We’ve all done it—ignored a symptom of some kind while telling ourselves it’s nothing. What’s important to remember is there are some signs and symptoms that absolutely should not be ignored, and this is especially true of vision symptoms. What type of eye symptoms should you get checked out immediately? Here’s a few:
- Double vision
Seeing double is not something to take lightly. Double vision can occur in both eyes, or may only be centered in one. If you’re seeing double, cover one eye at a time to determine which eye is having the problem. Double vision can be caused by a problem within the eye (the cornea or retina), issues with your ocular muscle, diabetes, or nerve conditions.
- An increase in floaters
Floaters are small shapes that people may see in their field of vision. Normally, they’re nothing to be concerned about. However, if you notice a sudden increase in them and they start to affect your sight, there may be an issue with the eye itself. An increase in floaters is associated with two different types of conditions: retina detachment, and posterior vitreous detachment. The retina can become detached from the nerves and tissue behind it, and the vitreous membrane, which normally lies between the retina and the vitreous humour of the eyeball, can come unstuck from the retina. Both can be caused by serious head injuries, age, or eye infections.
- Eye Pain
While most eye diseases are painless, some conditions or injuries can cause eye pain. For example, glaucoma, dry eye or a scratched cornea may cause eye pain. It’s imperative that you consult your doctor if you are experiencing pain.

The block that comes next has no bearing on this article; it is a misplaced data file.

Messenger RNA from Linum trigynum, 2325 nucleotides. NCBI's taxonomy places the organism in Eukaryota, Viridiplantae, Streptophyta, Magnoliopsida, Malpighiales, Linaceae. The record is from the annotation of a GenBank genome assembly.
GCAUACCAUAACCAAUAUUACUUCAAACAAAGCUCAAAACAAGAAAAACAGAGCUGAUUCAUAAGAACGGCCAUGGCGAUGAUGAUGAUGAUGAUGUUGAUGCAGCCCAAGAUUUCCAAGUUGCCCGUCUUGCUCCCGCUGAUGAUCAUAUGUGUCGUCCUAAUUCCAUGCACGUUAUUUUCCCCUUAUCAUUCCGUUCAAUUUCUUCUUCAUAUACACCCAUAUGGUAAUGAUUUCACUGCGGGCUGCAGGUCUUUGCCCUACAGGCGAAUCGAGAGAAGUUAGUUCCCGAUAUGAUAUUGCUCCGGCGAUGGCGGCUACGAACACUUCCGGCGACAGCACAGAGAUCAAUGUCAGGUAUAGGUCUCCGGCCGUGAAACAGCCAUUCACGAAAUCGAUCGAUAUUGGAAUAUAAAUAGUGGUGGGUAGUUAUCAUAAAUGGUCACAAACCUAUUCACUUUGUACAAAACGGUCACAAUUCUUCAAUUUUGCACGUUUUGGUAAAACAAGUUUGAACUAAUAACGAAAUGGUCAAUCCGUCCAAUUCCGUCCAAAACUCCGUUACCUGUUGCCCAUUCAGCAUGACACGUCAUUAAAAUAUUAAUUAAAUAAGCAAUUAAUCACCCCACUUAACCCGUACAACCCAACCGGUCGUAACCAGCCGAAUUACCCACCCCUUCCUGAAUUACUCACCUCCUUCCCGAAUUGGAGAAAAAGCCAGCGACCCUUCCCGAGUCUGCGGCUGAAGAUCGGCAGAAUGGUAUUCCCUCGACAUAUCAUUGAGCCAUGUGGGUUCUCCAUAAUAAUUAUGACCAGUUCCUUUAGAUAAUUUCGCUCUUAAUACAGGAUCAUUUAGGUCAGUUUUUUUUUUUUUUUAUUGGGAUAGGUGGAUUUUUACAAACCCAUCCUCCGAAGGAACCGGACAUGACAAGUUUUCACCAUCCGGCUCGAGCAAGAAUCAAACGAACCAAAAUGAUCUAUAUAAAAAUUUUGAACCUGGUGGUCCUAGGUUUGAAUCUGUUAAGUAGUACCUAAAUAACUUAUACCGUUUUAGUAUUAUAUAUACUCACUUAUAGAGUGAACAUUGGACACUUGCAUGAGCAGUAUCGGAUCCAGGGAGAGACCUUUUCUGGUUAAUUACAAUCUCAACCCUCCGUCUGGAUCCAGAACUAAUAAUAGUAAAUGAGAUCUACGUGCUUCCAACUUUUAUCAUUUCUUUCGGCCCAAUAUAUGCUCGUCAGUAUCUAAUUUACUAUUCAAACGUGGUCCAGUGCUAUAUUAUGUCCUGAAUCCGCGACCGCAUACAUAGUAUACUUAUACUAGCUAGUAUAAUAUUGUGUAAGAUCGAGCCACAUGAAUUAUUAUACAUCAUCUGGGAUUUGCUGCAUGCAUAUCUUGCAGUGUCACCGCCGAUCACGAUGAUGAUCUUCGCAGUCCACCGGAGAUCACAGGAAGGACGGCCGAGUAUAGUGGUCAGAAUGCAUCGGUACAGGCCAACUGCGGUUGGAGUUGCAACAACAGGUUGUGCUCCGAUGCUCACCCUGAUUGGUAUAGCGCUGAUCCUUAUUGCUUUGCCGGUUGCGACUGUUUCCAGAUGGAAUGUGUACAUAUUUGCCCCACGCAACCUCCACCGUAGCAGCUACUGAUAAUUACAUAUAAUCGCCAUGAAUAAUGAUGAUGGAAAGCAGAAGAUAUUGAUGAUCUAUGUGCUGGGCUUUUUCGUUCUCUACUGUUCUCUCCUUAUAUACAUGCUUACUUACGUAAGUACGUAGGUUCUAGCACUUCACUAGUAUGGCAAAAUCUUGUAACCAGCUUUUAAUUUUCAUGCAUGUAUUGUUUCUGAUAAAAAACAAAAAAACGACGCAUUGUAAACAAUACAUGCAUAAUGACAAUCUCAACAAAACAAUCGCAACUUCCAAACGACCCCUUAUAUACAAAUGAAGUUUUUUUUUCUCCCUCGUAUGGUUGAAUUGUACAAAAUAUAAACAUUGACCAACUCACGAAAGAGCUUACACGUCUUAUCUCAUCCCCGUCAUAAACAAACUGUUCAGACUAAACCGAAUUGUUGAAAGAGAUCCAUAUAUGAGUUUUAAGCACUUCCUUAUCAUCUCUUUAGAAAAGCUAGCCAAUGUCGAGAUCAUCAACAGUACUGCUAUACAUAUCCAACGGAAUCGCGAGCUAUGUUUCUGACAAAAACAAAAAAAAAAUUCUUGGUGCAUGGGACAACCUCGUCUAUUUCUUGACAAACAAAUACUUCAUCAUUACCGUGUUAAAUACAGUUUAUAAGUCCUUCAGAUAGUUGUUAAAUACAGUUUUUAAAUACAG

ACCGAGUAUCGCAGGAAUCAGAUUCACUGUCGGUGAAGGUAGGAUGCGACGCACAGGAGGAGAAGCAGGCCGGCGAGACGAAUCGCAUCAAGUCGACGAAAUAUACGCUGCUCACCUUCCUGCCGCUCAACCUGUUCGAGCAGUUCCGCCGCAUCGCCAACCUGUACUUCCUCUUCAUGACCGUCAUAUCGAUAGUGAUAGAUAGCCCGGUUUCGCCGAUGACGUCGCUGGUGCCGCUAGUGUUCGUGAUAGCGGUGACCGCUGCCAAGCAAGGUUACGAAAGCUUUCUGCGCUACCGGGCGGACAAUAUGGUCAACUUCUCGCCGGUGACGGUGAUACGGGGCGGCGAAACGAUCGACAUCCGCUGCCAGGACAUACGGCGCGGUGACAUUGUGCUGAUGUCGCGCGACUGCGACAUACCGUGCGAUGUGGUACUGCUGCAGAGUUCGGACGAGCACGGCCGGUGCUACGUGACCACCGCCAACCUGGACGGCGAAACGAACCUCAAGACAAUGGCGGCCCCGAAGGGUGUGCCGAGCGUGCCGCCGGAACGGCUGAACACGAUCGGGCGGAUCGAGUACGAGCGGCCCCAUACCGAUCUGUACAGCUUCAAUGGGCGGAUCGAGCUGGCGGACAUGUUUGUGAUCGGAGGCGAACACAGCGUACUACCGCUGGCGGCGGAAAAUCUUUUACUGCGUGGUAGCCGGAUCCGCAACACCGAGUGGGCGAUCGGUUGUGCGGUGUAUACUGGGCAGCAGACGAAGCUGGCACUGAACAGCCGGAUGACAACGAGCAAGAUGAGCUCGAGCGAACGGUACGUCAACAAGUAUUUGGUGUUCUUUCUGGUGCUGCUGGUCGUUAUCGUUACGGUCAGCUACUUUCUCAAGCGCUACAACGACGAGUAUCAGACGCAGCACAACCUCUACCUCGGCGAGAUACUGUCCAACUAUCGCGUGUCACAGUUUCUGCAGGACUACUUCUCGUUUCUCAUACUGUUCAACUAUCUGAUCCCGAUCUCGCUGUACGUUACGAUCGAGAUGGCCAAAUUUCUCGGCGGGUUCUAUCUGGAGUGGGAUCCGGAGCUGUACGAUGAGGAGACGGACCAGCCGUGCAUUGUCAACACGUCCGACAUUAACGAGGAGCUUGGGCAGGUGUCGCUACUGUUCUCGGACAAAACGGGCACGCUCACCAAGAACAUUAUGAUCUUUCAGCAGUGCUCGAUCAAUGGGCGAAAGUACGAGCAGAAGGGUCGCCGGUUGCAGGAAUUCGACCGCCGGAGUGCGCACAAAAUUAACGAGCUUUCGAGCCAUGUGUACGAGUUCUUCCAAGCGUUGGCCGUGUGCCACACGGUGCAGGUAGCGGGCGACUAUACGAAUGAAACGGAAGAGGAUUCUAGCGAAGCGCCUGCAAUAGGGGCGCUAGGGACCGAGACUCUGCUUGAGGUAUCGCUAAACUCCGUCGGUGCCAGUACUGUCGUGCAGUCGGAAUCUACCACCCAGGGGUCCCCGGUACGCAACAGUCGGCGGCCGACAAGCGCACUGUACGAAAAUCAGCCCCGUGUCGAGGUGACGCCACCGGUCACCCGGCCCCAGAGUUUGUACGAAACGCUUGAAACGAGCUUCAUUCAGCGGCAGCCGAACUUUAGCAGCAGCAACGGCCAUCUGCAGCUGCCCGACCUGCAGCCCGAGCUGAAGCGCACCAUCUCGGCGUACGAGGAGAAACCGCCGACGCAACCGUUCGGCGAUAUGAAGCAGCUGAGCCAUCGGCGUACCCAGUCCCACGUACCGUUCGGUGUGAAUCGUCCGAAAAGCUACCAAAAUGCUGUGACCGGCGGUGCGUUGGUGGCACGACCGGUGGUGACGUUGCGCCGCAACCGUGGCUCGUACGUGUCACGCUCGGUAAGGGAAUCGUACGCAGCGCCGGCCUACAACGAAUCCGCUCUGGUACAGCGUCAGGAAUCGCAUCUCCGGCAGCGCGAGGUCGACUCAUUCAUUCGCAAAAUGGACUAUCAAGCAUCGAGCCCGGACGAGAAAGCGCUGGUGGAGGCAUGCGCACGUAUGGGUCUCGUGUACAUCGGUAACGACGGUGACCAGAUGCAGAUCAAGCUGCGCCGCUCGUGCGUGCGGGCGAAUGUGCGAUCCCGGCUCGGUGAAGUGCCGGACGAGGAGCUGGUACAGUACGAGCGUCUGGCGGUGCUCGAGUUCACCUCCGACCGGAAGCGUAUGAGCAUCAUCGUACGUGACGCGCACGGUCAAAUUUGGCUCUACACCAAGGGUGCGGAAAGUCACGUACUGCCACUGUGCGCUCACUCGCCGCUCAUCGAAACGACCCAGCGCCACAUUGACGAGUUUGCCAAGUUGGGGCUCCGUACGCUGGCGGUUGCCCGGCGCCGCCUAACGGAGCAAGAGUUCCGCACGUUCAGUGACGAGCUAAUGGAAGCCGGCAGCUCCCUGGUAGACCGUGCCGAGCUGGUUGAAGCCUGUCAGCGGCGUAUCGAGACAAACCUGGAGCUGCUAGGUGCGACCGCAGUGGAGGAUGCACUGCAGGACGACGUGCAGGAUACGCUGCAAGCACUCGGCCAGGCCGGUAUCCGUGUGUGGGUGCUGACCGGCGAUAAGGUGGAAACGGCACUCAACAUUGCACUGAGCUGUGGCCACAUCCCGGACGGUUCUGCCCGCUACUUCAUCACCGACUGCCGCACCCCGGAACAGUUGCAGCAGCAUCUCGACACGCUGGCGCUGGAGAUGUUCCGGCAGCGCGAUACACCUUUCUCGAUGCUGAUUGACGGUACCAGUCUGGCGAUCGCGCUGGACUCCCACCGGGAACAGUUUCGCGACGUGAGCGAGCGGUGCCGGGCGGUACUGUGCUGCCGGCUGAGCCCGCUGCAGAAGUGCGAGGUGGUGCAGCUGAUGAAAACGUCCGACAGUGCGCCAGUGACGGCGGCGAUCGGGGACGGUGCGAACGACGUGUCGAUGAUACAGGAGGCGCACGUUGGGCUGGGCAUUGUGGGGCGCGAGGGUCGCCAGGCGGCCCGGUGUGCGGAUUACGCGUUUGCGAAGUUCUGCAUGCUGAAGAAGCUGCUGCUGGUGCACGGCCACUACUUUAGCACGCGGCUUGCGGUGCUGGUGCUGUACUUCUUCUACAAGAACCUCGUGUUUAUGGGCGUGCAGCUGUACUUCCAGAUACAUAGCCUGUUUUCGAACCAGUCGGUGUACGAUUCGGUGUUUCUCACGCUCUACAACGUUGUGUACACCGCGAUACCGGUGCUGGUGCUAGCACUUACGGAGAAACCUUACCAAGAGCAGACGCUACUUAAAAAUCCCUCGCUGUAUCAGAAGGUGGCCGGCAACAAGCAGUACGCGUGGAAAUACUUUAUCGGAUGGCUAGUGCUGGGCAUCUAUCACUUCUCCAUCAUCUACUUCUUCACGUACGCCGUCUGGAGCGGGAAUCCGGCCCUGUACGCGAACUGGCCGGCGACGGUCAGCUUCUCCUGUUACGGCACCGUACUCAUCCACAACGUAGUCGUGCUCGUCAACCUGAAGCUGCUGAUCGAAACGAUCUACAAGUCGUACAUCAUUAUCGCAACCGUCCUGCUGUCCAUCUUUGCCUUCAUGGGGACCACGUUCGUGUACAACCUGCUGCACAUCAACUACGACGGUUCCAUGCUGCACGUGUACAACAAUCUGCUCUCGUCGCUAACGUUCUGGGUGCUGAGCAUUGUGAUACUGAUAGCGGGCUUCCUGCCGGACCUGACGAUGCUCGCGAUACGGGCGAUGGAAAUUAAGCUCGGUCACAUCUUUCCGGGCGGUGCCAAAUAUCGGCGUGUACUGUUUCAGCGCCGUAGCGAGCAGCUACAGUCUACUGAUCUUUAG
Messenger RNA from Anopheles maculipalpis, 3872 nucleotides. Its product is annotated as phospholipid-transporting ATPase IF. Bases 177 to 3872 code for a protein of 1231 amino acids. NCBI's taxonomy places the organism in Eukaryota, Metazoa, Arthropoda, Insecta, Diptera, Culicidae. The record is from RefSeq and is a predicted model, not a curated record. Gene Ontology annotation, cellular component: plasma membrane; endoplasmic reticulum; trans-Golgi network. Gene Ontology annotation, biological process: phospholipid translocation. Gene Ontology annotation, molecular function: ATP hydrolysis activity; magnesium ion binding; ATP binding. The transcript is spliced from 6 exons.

- Red or Pink eyes
When the whites of your eyes become red or pink, it’s always a good idea to get it checked out. There’s a chance you could have conjunctivitis, commonly known as pink-eye, and the pinkness would likely be accompanied by a build-up of discharge in your eye. Conjunctivitis is very contagious, so frequently wash your hands and avoid touching your eyes.
It is also possible that spotty redness is being caused by a burst blood vessel, while overall redness and pain may mean an ulcerated cornea or an inflammation of the iris.
The information contained above is intended to be educational in nature, does not constitute medical advice, and should not be relied on as a substitute for actual professional medical advice, care or treatment. If you have any vision, dental or other health related concerns, VBA encourages you to immediately contact your optometrist/ophthalmologist, dentist/orthodontist or any other competent, licensed, medical professional.